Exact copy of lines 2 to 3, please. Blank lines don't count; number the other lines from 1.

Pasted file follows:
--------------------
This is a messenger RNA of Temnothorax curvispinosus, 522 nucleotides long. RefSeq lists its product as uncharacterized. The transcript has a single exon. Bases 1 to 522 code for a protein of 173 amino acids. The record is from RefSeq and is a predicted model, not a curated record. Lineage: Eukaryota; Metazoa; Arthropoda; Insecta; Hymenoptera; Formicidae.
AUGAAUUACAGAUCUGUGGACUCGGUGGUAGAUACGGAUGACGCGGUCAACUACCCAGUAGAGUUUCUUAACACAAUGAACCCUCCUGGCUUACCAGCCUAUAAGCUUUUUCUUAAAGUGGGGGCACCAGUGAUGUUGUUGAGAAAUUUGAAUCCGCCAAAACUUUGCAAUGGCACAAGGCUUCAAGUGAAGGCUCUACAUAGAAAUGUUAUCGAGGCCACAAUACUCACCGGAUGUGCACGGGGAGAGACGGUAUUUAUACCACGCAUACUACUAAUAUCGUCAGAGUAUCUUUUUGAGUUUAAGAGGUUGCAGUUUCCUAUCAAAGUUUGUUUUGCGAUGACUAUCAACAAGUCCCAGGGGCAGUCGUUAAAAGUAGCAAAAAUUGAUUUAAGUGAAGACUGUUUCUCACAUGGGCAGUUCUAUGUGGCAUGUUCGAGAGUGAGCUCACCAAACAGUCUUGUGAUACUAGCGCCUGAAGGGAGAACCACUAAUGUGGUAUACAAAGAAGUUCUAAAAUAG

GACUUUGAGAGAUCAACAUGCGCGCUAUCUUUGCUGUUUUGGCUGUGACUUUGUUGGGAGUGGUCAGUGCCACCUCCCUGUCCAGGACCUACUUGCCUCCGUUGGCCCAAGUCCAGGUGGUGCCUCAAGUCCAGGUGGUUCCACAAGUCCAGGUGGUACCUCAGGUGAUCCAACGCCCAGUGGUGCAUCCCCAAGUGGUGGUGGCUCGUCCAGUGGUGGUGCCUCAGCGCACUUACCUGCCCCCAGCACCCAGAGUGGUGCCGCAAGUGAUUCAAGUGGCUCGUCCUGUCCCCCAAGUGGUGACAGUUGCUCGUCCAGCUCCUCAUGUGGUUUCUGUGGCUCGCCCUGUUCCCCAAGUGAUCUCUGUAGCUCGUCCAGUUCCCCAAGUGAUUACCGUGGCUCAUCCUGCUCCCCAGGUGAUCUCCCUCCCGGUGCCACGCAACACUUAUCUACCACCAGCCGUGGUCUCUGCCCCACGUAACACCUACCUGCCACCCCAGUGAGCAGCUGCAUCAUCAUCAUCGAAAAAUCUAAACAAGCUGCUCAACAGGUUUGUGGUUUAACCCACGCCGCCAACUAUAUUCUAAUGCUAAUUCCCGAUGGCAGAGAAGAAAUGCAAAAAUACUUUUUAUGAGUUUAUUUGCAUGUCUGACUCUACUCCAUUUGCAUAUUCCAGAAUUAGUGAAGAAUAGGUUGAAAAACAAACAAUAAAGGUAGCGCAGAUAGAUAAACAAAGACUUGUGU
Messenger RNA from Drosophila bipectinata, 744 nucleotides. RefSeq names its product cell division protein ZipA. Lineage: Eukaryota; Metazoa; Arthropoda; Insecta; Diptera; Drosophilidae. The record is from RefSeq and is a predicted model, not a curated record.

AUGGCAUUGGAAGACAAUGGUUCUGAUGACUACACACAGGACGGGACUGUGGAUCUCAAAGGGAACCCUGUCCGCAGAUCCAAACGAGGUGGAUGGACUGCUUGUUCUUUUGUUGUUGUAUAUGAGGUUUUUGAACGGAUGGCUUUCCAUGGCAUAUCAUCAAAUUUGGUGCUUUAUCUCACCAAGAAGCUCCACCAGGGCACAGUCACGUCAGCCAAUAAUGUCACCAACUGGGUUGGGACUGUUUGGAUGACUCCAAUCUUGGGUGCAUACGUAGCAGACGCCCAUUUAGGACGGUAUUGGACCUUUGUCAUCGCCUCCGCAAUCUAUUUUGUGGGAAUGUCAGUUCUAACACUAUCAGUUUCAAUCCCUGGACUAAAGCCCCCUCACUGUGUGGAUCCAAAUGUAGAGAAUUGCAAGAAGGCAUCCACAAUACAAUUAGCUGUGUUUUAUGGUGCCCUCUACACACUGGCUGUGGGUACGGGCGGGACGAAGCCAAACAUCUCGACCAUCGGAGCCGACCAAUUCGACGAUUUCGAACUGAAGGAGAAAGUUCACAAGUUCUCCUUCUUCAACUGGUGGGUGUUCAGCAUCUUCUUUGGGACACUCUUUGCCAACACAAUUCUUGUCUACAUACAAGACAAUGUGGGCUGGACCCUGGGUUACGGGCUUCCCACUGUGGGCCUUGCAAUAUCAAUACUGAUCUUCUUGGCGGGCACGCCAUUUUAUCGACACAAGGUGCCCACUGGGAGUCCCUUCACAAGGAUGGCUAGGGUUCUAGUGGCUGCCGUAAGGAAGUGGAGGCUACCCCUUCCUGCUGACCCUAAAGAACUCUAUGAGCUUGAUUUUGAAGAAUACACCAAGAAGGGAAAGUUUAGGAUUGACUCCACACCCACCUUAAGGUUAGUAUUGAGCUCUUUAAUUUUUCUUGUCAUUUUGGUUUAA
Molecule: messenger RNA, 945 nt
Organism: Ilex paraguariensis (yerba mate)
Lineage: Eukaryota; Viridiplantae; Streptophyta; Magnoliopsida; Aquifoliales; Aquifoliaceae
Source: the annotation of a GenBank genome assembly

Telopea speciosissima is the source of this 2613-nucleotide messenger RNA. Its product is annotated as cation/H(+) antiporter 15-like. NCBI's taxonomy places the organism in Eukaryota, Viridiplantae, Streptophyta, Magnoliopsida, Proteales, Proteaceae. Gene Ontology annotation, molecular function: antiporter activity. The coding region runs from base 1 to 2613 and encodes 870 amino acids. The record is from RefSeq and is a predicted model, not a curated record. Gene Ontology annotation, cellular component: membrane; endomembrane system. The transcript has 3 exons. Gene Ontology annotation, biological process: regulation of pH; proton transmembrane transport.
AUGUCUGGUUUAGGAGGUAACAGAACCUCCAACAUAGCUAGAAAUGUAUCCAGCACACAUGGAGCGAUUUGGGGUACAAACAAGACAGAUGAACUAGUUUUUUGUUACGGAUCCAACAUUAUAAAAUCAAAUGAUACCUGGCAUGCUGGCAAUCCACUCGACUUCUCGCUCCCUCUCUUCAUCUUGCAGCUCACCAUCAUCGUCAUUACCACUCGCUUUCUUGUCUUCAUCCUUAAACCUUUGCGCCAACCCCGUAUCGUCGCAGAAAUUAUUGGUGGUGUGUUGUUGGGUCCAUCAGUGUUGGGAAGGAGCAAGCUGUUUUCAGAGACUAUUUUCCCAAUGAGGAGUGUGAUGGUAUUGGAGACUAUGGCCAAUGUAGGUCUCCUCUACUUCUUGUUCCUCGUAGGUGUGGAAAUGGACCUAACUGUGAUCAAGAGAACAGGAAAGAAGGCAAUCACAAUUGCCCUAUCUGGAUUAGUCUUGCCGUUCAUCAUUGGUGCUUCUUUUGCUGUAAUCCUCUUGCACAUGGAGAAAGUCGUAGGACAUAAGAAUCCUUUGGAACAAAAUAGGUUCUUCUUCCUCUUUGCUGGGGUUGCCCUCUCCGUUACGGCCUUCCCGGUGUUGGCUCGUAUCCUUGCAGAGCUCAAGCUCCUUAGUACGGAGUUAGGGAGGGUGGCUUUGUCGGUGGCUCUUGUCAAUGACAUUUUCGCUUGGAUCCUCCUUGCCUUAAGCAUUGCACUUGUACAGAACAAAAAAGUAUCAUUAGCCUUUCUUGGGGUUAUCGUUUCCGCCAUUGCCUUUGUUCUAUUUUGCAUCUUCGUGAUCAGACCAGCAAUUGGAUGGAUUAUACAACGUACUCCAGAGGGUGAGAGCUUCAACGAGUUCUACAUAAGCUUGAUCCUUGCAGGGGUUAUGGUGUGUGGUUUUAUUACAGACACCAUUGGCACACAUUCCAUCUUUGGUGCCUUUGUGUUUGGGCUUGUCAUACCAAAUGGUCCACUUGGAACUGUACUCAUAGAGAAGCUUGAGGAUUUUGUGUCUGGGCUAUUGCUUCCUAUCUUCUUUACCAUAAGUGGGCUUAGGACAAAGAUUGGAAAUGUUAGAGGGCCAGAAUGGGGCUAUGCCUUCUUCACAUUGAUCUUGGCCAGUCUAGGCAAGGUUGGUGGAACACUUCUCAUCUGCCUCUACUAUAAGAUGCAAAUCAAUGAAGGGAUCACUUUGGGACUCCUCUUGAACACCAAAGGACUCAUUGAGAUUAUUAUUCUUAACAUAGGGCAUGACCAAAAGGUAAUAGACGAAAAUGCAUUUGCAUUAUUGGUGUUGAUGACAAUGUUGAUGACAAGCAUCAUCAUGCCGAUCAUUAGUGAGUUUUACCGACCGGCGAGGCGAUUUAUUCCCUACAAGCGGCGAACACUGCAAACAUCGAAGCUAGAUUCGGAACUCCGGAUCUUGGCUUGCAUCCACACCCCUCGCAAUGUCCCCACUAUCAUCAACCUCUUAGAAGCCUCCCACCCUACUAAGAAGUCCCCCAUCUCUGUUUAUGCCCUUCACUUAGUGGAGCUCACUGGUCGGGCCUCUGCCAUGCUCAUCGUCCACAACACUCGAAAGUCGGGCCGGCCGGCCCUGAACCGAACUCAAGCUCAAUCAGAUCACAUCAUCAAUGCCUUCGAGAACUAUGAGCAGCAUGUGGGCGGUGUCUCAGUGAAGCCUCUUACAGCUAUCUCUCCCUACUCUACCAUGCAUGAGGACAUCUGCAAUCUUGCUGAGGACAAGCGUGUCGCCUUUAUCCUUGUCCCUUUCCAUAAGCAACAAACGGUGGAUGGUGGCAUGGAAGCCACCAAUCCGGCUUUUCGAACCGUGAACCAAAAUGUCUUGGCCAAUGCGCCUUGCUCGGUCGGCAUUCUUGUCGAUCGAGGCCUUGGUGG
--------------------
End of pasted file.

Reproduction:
AUGAAUUACAGAUCUGUGGACUCGGUGGUAGAUACGGAUGACGCGGUCAACUACCCAGUAGAGUUUCUUAACACAAUGAACCCUCCUGGCUUACCAGCCUAUAAGCUUUUUCUUAAAGUGGGGGCACCAGUGAUGUUGUUGAGAAAUUUGAAUCCGCCAAAACUUUGCAAUGGCACAAGGCUUCAAGUGAAGGCUCUACAUAGAAAUGUUAUCGAGGCCACAAUACUCACCGGAUGUGCACGGGGAGAGACGGUAUUUAUACCACGCAUACUACUAAUAUCGUCAGAGUAUCUUUUUGAGUUUAAGAGGUUGCAGUUUCCUAUCAAAGUUUGUUUUGCGAUGACUAUCAACAAGUCCCAGGGGCAGUCGUUAAAAGUAGCAAAAAUUGAUUUAAGUGAAGACUGUUUCUCACAUGGGCAGUUCUAUGUGGCAUGUUCGAGAGUGAGCUCACCAAACAGUCUUGUGAUACUAGCGCCUGAAGGGAGAACCACUAAUGUGGUAUACAAAGAAGUUCUAAAAUAG

GACUUUGAGAGAUCAACAUGCGCGCUAUCUUUGCUGUUUUGGCUGUGACUUUGUUGGGAGUGGUCAGUGCCACCUCCCUGUCCAGGACCUACUUGCCUCCGUUGGCCCAAGUCCAGGUGGUGCCUCAAGUCCAGGUGGUUCCACAAGUCCAGGUGGUACCUCAGGUGAUCCAACGCCCAGUGGUGCAUCCCCAAGUGGUGGUGGCUCGUCCAGUGGUGGUGCCUCAGCGCACUUACCUGCCCCCAGCACCCAGAGUGGUGCCGCAAGUGAUUCAAGUGGCUCGUCCUGUCCCCCAAGUGGUGACAGUUGCUCGUCCAGCUCCUCAUGUGGUUUCUGUGGCUCGCCCUGUUCCCCAAGUGAUCUCUGUAGCUCGUCCAGUUCCCCAAGUGAUUACCGUGGCUCAUCCUGCUCCCCAGGUGAUCUCCCUCCCGGUGCCACGCAACACUUAUCUACCACCAGCCGUGGUCUCUGCCCCACGUAACACCUACCUGCCACCCCAGUGAGCAGCUGCAUCAUCAUCAUCGAAAAAUCUAAACAAGCUGCUCAACAGGUUUGUGGUUUAACCCACGCCGCCAACUAUAUUCUAAUGCUAAUUCCCGAUGGCAGAGAAGAAAUGCAAAAAUACUUUUUAUGAGUUUAUUUGCAUGUCUGACUCUACUCCAUUUGCAUAUUCCAGAAUUAGUGAAGAAUAGGUUGAAAAACAAACAAUAAAGGUAGCGCAGAUAGAUAAACAAAGACUUGUGU